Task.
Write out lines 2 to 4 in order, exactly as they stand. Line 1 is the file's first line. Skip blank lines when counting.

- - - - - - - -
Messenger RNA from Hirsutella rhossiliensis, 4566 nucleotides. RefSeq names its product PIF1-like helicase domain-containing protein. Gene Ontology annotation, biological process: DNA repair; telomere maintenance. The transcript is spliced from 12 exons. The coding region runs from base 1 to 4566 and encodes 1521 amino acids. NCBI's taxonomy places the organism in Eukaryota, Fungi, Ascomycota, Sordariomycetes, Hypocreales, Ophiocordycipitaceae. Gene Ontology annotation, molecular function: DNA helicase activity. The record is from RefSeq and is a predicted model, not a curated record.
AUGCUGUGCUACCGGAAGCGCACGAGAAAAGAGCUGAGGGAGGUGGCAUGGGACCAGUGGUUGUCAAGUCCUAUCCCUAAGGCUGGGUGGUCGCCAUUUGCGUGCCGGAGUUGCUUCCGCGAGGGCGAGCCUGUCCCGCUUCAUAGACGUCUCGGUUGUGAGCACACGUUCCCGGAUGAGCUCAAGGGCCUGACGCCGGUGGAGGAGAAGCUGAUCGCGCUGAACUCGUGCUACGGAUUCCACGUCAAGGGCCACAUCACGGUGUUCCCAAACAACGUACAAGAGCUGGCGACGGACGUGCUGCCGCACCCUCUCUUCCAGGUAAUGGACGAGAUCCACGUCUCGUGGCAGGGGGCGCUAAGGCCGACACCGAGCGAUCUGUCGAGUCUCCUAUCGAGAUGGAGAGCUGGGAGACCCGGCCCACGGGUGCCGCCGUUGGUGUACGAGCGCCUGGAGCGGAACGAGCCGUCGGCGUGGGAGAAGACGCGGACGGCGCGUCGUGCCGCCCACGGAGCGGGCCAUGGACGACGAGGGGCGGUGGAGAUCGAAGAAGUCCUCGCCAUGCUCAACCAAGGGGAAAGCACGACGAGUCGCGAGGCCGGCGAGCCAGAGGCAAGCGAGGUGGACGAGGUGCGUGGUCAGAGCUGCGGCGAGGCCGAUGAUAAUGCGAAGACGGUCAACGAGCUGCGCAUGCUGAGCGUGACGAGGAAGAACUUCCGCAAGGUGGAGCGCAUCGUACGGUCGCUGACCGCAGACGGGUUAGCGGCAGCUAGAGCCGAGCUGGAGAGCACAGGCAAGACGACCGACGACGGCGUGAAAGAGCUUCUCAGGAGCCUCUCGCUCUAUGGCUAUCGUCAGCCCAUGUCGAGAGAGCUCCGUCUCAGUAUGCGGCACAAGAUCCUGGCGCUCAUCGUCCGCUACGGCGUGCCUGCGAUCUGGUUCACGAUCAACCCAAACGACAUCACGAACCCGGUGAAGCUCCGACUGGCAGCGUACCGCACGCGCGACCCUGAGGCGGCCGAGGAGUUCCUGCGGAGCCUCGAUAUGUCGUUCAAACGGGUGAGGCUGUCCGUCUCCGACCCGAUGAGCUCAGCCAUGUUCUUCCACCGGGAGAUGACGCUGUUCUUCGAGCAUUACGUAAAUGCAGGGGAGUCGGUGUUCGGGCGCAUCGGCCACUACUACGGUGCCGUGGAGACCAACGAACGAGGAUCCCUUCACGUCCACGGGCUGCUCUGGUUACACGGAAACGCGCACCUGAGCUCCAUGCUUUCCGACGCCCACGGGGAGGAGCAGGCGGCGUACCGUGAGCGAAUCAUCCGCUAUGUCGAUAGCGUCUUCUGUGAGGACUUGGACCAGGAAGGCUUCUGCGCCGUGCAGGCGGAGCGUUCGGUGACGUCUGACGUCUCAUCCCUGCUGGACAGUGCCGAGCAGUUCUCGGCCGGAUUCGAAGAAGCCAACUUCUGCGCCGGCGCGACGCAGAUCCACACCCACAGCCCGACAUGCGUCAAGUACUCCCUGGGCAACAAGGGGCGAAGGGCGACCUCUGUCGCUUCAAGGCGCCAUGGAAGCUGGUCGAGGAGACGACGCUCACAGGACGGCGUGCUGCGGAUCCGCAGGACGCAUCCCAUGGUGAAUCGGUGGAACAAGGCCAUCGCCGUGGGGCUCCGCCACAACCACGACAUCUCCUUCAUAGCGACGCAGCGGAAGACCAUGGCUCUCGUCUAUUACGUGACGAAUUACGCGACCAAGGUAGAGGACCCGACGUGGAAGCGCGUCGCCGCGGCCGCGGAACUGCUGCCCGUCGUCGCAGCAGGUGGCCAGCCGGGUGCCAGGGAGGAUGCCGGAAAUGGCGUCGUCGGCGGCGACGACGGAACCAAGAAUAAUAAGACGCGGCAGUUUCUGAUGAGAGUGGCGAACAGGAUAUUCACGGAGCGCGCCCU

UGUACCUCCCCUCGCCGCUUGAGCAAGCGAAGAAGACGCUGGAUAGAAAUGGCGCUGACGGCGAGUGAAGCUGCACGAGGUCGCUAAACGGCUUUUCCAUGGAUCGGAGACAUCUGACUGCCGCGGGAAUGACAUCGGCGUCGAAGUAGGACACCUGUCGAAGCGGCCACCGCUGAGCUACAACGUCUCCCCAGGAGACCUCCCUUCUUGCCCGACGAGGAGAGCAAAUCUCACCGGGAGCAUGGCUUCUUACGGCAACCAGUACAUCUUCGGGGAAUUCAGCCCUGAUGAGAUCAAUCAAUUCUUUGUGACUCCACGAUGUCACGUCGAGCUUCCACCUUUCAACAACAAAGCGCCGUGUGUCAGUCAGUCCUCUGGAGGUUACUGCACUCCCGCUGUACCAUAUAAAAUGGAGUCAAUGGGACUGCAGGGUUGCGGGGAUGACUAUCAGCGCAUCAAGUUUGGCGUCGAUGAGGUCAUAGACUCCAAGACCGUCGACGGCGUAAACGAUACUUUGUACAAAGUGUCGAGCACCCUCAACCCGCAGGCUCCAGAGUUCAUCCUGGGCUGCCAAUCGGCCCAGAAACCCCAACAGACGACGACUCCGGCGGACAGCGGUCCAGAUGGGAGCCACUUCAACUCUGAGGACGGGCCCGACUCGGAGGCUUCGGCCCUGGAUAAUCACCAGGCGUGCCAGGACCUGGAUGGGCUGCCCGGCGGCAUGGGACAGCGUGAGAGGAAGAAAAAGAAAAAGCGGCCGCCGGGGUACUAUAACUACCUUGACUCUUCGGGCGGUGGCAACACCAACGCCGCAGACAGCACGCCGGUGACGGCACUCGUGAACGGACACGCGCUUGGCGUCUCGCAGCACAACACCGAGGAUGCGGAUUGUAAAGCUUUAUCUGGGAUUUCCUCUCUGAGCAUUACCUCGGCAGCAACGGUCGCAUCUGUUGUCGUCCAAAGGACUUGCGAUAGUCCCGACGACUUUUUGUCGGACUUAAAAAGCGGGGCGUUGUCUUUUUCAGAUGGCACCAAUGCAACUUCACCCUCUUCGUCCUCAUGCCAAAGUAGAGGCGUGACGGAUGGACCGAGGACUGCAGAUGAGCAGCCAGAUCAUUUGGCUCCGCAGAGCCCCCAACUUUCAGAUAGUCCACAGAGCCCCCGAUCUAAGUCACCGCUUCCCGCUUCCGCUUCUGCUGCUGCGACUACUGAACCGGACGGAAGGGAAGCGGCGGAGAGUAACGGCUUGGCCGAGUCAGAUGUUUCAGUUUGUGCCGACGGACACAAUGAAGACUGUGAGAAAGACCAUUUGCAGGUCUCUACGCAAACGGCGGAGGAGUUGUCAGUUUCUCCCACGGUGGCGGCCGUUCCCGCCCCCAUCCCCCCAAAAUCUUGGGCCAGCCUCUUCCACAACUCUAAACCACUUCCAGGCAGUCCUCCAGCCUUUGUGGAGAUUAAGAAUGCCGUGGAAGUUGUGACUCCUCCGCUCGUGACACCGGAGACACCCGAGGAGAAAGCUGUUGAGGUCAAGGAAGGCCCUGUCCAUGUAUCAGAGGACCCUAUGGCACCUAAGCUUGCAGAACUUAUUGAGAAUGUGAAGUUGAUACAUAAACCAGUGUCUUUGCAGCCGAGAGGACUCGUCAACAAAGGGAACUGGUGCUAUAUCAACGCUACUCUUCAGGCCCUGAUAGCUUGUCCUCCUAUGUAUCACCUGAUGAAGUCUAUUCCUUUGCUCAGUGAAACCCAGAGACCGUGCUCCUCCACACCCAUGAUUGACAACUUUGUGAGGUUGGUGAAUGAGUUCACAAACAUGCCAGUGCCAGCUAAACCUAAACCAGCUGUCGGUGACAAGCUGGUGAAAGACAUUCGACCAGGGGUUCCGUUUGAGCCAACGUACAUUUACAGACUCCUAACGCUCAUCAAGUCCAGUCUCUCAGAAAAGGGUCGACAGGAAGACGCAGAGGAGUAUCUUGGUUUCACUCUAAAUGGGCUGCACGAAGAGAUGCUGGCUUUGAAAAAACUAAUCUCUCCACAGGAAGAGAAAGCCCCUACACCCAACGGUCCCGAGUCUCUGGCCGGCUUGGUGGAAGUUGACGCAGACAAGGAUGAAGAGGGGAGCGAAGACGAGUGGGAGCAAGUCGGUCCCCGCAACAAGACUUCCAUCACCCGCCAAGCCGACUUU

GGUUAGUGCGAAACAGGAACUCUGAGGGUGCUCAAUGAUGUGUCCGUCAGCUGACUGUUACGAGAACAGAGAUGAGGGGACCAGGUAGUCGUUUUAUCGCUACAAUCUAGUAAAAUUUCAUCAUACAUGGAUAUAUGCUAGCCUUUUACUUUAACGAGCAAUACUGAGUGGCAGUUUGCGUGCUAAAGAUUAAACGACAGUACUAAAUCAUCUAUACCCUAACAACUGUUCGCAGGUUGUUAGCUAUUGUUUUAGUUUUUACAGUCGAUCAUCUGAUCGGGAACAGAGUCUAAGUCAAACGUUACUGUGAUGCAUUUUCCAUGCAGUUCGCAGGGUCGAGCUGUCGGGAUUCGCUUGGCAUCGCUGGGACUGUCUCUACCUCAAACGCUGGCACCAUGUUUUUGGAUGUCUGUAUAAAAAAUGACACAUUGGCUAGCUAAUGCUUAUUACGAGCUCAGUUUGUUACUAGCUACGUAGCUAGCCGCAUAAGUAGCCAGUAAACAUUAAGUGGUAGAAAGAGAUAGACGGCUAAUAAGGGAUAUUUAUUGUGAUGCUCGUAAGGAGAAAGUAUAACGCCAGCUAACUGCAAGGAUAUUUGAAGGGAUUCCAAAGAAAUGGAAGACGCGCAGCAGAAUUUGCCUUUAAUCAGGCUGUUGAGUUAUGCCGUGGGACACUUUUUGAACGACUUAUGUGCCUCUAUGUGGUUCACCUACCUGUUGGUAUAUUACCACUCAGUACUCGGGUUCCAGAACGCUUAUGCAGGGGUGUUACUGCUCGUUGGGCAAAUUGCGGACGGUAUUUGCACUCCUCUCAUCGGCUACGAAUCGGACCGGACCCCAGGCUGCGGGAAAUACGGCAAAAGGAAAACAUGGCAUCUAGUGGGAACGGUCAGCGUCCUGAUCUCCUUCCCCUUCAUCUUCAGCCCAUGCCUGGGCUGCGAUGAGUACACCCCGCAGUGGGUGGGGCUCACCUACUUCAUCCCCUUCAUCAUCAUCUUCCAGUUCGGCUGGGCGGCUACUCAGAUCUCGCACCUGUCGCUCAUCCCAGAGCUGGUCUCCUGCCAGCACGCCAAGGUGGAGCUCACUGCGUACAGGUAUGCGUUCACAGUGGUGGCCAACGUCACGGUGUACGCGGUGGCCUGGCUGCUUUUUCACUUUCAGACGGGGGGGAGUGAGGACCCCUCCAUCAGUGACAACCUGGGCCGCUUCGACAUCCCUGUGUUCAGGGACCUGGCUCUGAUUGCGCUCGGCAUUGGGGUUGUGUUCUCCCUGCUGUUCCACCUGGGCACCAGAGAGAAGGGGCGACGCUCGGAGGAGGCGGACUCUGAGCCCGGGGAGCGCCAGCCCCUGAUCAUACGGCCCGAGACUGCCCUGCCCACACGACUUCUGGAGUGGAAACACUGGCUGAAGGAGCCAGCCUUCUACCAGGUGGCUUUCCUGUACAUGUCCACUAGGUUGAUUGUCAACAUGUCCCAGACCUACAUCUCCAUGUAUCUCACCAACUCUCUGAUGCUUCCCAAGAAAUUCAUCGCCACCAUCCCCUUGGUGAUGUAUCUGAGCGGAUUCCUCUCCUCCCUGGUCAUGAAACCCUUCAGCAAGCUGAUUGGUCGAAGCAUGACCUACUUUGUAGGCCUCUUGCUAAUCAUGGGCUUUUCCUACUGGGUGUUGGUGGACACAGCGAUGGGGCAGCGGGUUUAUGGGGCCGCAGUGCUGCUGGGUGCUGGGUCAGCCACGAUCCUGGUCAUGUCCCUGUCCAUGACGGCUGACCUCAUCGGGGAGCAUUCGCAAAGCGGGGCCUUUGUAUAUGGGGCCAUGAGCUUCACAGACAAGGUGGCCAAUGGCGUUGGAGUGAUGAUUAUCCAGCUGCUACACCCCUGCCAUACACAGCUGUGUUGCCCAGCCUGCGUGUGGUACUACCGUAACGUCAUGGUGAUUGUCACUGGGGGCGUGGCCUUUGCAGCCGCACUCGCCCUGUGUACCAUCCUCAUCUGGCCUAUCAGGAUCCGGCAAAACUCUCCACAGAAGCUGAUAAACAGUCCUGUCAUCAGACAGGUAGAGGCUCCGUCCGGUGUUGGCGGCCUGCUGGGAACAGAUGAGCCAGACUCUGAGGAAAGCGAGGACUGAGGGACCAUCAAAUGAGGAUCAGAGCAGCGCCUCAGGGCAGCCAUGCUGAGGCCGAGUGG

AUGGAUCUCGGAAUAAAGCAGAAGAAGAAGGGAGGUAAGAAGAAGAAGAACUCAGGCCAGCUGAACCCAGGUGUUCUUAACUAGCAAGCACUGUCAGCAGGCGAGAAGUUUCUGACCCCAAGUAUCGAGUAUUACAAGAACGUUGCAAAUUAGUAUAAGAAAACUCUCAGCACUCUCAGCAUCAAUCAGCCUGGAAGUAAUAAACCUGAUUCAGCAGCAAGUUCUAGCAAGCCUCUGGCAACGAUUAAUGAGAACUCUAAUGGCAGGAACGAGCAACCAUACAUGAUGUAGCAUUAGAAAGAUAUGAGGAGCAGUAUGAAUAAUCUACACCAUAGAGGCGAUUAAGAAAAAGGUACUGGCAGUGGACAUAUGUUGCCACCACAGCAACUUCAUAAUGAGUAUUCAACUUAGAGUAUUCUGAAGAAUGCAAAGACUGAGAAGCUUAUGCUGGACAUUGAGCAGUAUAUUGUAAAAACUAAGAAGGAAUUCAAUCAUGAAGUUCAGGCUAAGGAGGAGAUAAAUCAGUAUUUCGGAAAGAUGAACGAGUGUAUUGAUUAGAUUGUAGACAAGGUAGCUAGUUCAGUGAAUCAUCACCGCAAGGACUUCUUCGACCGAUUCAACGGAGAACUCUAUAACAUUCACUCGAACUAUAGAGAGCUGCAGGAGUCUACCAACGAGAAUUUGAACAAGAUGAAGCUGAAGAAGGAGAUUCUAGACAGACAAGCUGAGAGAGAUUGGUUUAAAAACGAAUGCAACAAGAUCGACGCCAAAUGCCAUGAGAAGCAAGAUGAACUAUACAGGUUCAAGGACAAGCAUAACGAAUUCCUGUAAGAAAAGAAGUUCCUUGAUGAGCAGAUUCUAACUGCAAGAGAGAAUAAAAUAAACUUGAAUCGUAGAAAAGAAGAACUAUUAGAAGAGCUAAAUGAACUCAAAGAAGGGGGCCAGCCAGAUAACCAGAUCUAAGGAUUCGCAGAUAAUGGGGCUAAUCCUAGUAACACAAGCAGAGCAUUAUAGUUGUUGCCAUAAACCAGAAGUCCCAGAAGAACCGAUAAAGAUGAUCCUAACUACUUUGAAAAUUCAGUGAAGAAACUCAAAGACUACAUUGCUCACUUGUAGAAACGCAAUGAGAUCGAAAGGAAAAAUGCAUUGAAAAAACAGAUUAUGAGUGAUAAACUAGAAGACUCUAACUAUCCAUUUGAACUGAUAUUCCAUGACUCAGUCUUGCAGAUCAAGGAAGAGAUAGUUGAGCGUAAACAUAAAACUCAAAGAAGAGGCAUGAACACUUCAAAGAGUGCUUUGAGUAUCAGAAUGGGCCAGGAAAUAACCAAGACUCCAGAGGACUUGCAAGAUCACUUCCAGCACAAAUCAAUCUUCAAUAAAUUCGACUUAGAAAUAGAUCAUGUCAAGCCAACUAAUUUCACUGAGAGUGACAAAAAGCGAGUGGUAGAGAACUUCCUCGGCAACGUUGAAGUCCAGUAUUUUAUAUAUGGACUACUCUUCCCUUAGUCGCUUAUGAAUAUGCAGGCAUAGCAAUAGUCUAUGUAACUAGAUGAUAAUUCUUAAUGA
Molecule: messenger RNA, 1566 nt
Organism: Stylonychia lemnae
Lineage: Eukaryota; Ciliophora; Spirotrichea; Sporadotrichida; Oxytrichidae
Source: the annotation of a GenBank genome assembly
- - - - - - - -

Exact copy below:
AUGCUGUGCUACCGGAAGCGCACGAGAAAAGAGCUGAGGGAGGUGGCAUGGGACCAGUGGUUGUCAAGUCCUAUCCCUAAGGCUGGGUGGUCGCCAUUUGCGUGCCGGAGUUGCUUCCGCGAGGGCGAGCCUGUCCCGCUUCAUAGACGUCUCGGUUGUGAGCACACGUUCCCGGAUGAGCUCAAGGGCCUGACGCCGGUGGAGGAGAAGCUGAUCGCGCUGAACUCGUGCUACGGAUUCCACGUCAAGGGCCACAUCACGGUGUUCCCAAACAACGUACAAGAGCUGGCGACGGACGUGCUGCCGCACCCUCUCUUCCAGGUAAUGGACGAGAUCCACGUCUCGUGGCAGGGGGCGCUAAGGCCGACACCGAGCGAUCUGUCGAGUCUCCUAUCGAGAUGGAGAGCUGGGAGACCCGGCCCACGGGUGCCGCCGUUGGUGUACGAGCGCCUGGAGCGGAACGAGCCGUCGGCGUGGGAGAAGACGCGGACGGCGCGUCGUGCCGCCCACGGAGCGGGCCAUGGACGACGAGGGGCGGUGGAGAUCGAAGAAGUCCUCGCCAUGCUCAACCAAGGGGAAAGCACGACGAGUCGCGAGGCCGGCGAGCCAGAGGCAAGCGAGGUGGACGAGGUGCGUGGUCAGAGCUGCGGCGAGGCCGAUGAUAAUGCGAAGACGGUCAACGAGCUGCGCAUGCUGAGCGUGACGAGGAAGAACUUCCGCAAGGUGGAGCGCAUCGUACGGUCGCUGACCGCAGACGGGUUAGCGGCAGCUAGAGCCGAGCUGGAGAGCACAGGCAAGACGACCGACGACGGCGUGAAAGAGCUUCUCAGGAGCCUCUCGCUCUAUGGCUAUCGUCAGCCCAUGUCGAGAGAGCUCCGUCUCAGUAUGCGGCACAAGAUCCUGGCGCUCAUCGUCCGCUACGGCGUGCCUGCGAUCUGGUUCACGAUCAACCCAAACGACAUCACGAACCCGGUGAAGCUCCGACUGGCAGCGUACCGCACGCGCGACCCUGAGGCGGCCGAGGAGUUCCUGCGGAGCCUCGAUAUGUCGUUCAAACGGGUGAGGCUGUCCGUCUCCGACCCGAUGAGCUCAGCCAUGUUCUUCCACCGGGAGAUGACGCUGUUCUUCGAGCAUUACGUAAAUGCAGGGGAGUCGGUGUUCGGGCGCAUCGGCCACUACUACGGUGCCGUGGAGACCAACGAACGAGGAUCCCUUCACGUCCACGGGCUGCUCUGGUUACACGGAAACGCGCACCUGAGCUCCAUGCUUUCCGACGCCCACGGGGAGGAGCAGGCGGCGUACCGUGAGCGAAUCAUCCGCUAUGUCGAUAGCGUCUUCUGUGAGGACUUGGACCAGGAAGGCUUCUGCGCCGUGCAGGCGGAGCGUUCGGUGACGUCUGACGUCUCAUCCCUGCUGGACAGUGCCGAGCAGUUCUCGGCCGGAUUCGAAGAAGCCAACUUCUGCGCCGGCGCGACGCAGAUCCACACCCACAGCCCGACAUGCGUCAAGUACUCCCUGGGCAACAAGGGGCGAAGGGCGACCUCUGUCGCUUCAAGGCGCCAUGGAAGCUGGUCGAGGAGACGACGCUCACAGGACGGCGUGCUGCGGAUCCGCAGGACGCAUCCCAUGGUGAAUCGGUGGAACAAGGCCAUCGCCGUGGGGCUCCGCCACAACCACGACAUCUCCUUCAUAGCGACGCAGCGGAAGACCAUGGCUCUCGUCUAUUACGUGACGAAUUACGCGACCAAGGUAGAGGACCCGACGUGGAAGCGCGUCGCCGCGGCCGCGGAACUGCUGCCCGUCGUCGCAGCAGGUGGCCAGCCGGGUGCCAGGGAGGAUGCCGGAAAUGGCGUCGUCGGCGGCGACGACGGAACCAAGAAUAAUAAGACGCGGCAGUUUCUGAUGAGAGUGGCGAACAGGAUAUUCACGGAGCGCGCCCU

UGUACCUCCCCUCGCCGCUUGAGCAAGCGAAGAAGACGCUGGAUAGAAAUGGCGCUGACGGCGAGUGAAGCUGCACGAGGUCGCUAAACGGCUUUUCCAUGGAUCGGAGACAUCUGACUGCCGCGGGAAUGACAUCGGCGUCGAAGUAGGACACCUGUCGAAGCGGCCACCGCUGAGCUACAACGUCUCCCCAGGAGACCUCCCUUCUUGCCCGACGAGGAGAGCAAAUCUCACCGGGAGCAUGGCUUCUUACGGCAACCAGUACAUCUUCGGGGAAUUCAGCCCUGAUGAGAUCAAUCAAUUCUUUGUGACUCCACGAUGUCACGUCGAGCUUCCACCUUUCAACAACAAAGCGCCGUGUGUCAGUCAGUCCUCUGGAGGUUACUGCACUCCCGCUGUACCAUAUAAAAUGGAGUCAAUGGGACUGCAGGGUUGCGGGGAUGACUAUCAGCGCAUCAAGUUUGGCGUCGAUGAGGUCAUAGACUCCAAGACCGUCGACGGCGUAAACGAUACUUUGUACAAAGUGUCGAGCACCCUCAACCCGCAGGCUCCAGAGUUCAUCCUGGGCUGCCAAUCGGCCCAGAAACCCCAACAGACGACGACUCCGGCGGACAGCGGUCCAGAUGGGAGCCACUUCAACUCUGAGGACGGGCCCGACUCGGAGGCUUCGGCCCUGGAUAAUCACCAGGCGUGCCAGGACCUGGAUGGGCUGCCCGGCGGCAUGGGACAGCGUGAGAGGAAGAAAAAGAAAAAGCGGCCGCCGGGGUACUAUAACUACCUUGACUCUUCGGGCGGUGGCAACACCAACGCCGCAGACAGCACGCCGGUGACGGCACUCGUGAACGGACACGCGCUUGGCGUCUCGCAGCACAACACCGAGGAUGCGGAUUGUAAAGCUUUAUCUGGGAUUUCCUCUCUGAGCAUUACCUCGGCAGCAACGGUCGCAUCUGUUGUCGUCCAAAGGACUUGCGAUAGUCCCGACGACUUUUUGUCGGACUUAAAAAGCGGGGCGUUGUCUUUUUCAGAUGGCACCAAUGCAACUUCACCCUCUUCGUCCUCAUGCCAAAGUAGAGGCGUGACGGAUGGACCGAGGACUGCAGAUGAGCAGCCAGAUCAUUUGGCUCCGCAGAGCCCCCAACUUUCAGAUAGUCCACAGAGCCCCCGAUCUAAGUCACCGCUUCCCGCUUCCGCUUCUGCUGCUGCGACUACUGAACCGGACGGAAGGGAAGCGGCGGAGAGUAACGGCUUGGCCGAGUCAGAUGUUUCAGUUUGUGCCGACGGACACAAUGAAGACUGUGAGAAAGACCAUUUGCAGGUCUCUACGCAAACGGCGGAGGAGUUGUCAGUUUCUCCCACGGUGGCGGCCGUUCCCGCCCCCAUCCCCCCAAAAUCUUGGGCCAGCCUCUUCCACAACUCUAAACCACUUCCAGGCAGUCCUCCAGCCUUUGUGGAGAUUAAGAAUGCCGUGGAAGUUGUGACUCCUCCGCUCGUGACACCGGAGACACCCGAGGAGAAAGCUGUUGAGGUCAAGGAAGGCCCUGUCCAUGUAUCAGAGGACCCUAUGGCACCUAAGCUUGCAGAACUUAUUGAGAAUGUGAAGUUGAUACAUAAACCAGUGUCUUUGCAGCCGAGAGGACUCGUCAACAAAGGGAACUGGUGCUAUAUCAACGCUACUCUUCAGGCCCUGAUAGCUUGUCCUCCUAUGUAUCACCUGAUGAAGUCUAUUCCUUUGCUCAGUGAAACCCAGAGACCGUGCUCCUCCACACCCAUGAUUGACAACUUUGUGAGGUUGGUGAAUGAGUUCACAAACAUGCCAGUGCCAGCUAAACCUAAACCAGCUGUCGGUGACAAGCUGGUGAAAGACAUUCGACCAGGGGUUCCGUUUGAGCCAACGUACAUUUACAGACUCCUAACGCUCAUCAAGUCCAGUCUCUCAGAAAAGGGUCGACAGGAAGACGCAGAGGAGUAUCUUGGUUUCACUCUAAAUGGGCUGCACGAAGAGAUGCUGGCUUUGAAAAAACUAAUCUCUCCACAGGAAGAGAAAGCCCCUACACCCAACGGUCCCGAGUCUCUGGCCGGCUUGGUGGAAGUUGACGCAGACAAGGAUGAAGAGGGGAGCGAAGACGAGUGGGAGCAAGUCGGUCCCCGCAACAAGACUUCCAUCACCCGCCAAGCCGACUUU

GGUUAGUGCGAAACAGGAACUCUGAGGGUGCUCAAUGAUGUGUCCGUCAGCUGACUGUUACGAGAACAGAGAUGAGGGGACCAGGUAGUCGUUUUAUCGCUACAAUCUAGUAAAAUUUCAUCAUACAUGGAUAUAUGCUAGCCUUUUACUUUAACGAGCAAUACUGAGUGGCAGUUUGCGUGCUAAAGAUUAAACGACAGUACUAAAUCAUCUAUACCCUAACAACUGUUCGCAGGUUGUUAGCUAUUGUUUUAGUUUUUACAGUCGAUCAUCUGAUCGGGAACAGAGUCUAAGUCAAACGUUACUGUGAUGCAUUUUCCAUGCAGUUCGCAGGGUCGAGCUGUCGGGAUUCGCUUGGCAUCGCUGGGACUGUCUCUACCUCAAACGCUGGCACCAUGUUUUUGGAUGUCUGUAUAAAAAAUGACACAUUGGCUAGCUAAUGCUUAUUACGAGCUCAGUUUGUUACUAGCUACGUAGCUAGCCGCAUAAGUAGCCAGUAAACAUUAAGUGGUAGAAAGAGAUAGACGGCUAAUAAGGGAUAUUUAUUGUGAUGCUCGUAAGGAGAAAGUAUAACGCCAGCUAACUGCAAGGAUAUUUGAAGGGAUUCCAAAGAAAUGGAAGACGCGCAGCAGAAUUUGCCUUUAAUCAGGCUGUUGAGUUAUGCCGUGGGACACUUUUUGAACGACUUAUGUGCCUCUAUGUGGUUCACCUACCUGUUGGUAUAUUACCACUCAGUACUCGGGUUCCAGAACGCUUAUGCAGGGGUGUUACUGCUCGUUGGGCAAAUUGCGGACGGUAUUUGCACUCCUCUCAUCGGCUACGAAUCGGACCGGACCCCAGGCUGCGGGAAAUACGGCAAAAGGAAAACAUGGCAUCUAGUGGGAACGGUCAGCGUCCUGAUCUCCUUCCCCUUCAUCUUCAGCCCAUGCCUGGGCUGCGAUGAGUACACCCCGCAGUGGGUGGGGCUCACCUACUUCAUCCCCUUCAUCAUCAUCUUCCAGUUCGGCUGGGCGGCUACUCAGAUCUCGCACCUGUCGCUCAUCCCAGAGCUGGUCUCCUGCCAGCACGCCAAGGUGGAGCUCACUGCGUACAGGUAUGCGUUCACAGUGGUGGCCAACGUCACGGUGUACGCGGUGGCCUGGCUGCUUUUUCACUUUCAGACGGGGGGGAGUGAGGACCCCUCCAUCAGUGACAACCUGGGCCGCUUCGACAUCCCUGUGUUCAGGGACCUGGCUCUGAUUGCGCUCGGCAUUGGGGUUGUGUUCUCCCUGCUGUUCCACCUGGGCACCAGAGAGAAGGGGCGACGCUCGGAGGAGGCGGACUCUGAGCCCGGGGAGCGCCAGCCCCUGAUCAUACGGCCCGAGACUGCCCUGCCCACACGACUUCUGGAGUGGAAACACUGGCUGAAGGAGCCAGCCUUCUACCAGGUGGCUUUCCUGUACAUGUCCACUAGGUUGAUUGUCAACAUGUCCCAGACCUACAUCUCCAUGUAUCUCACCAACUCUCUGAUGCUUCCCAAGAAAUUCAUCGCCACCAUCCCCUUGGUGAUGUAUCUGAGCGGAUUCCUCUCCUCCCUGGUCAUGAAACCCUUCAGCAAGCUGAUUGGUCGAAGCAUGACCUACUUUGUAGGCCUCUUGCUAAUCAUGGGCUUUUCCUACUGGGUGUUGGUGGACACAGCGAUGGGGCAGCGGGUUUAUGGGGCCGCAGUGCUGCUGGGUGCUGGGUCAGCCACGAUCCUGGUCAUGUCCCUGUCCAUGACGGCUGACCUCAUCGGGGAGCAUUCGCAAAGCGGGGCCUUUGUAUAUGGGGCCAUGAGCUUCACAGACAAGGUGGCCAAUGGCGUUGGAGUGAUGAUUAUCCAGCUGCUACACCCCUGCCAUACACAGCUGUGUUGCCCAGCCUGCGUGUGGUACUACCGUAACGUCAUGGUGAUUGUCACUGGGGGCGUGGCCUUUGCAGCCGCACUCGCCCUGUGUACCAUCCUCAUCUGGCCUAUCAGGAUCCGGCAAAACUCUCCACAGAAGCUGAUAAACAGUCCUGUCAUCAGACAGGUAGAGGCUCCGUCCGGUGUUGGCGGCCUGCUGGGAACAGAUGAGCCAGACUCUGAGGAAAGCGAGGACUGAGGGACCAUCAAAUGAGGAUCAGAGCAGCGCCUCAGGGCAGCCAUGCUGAGGCCGAGUGG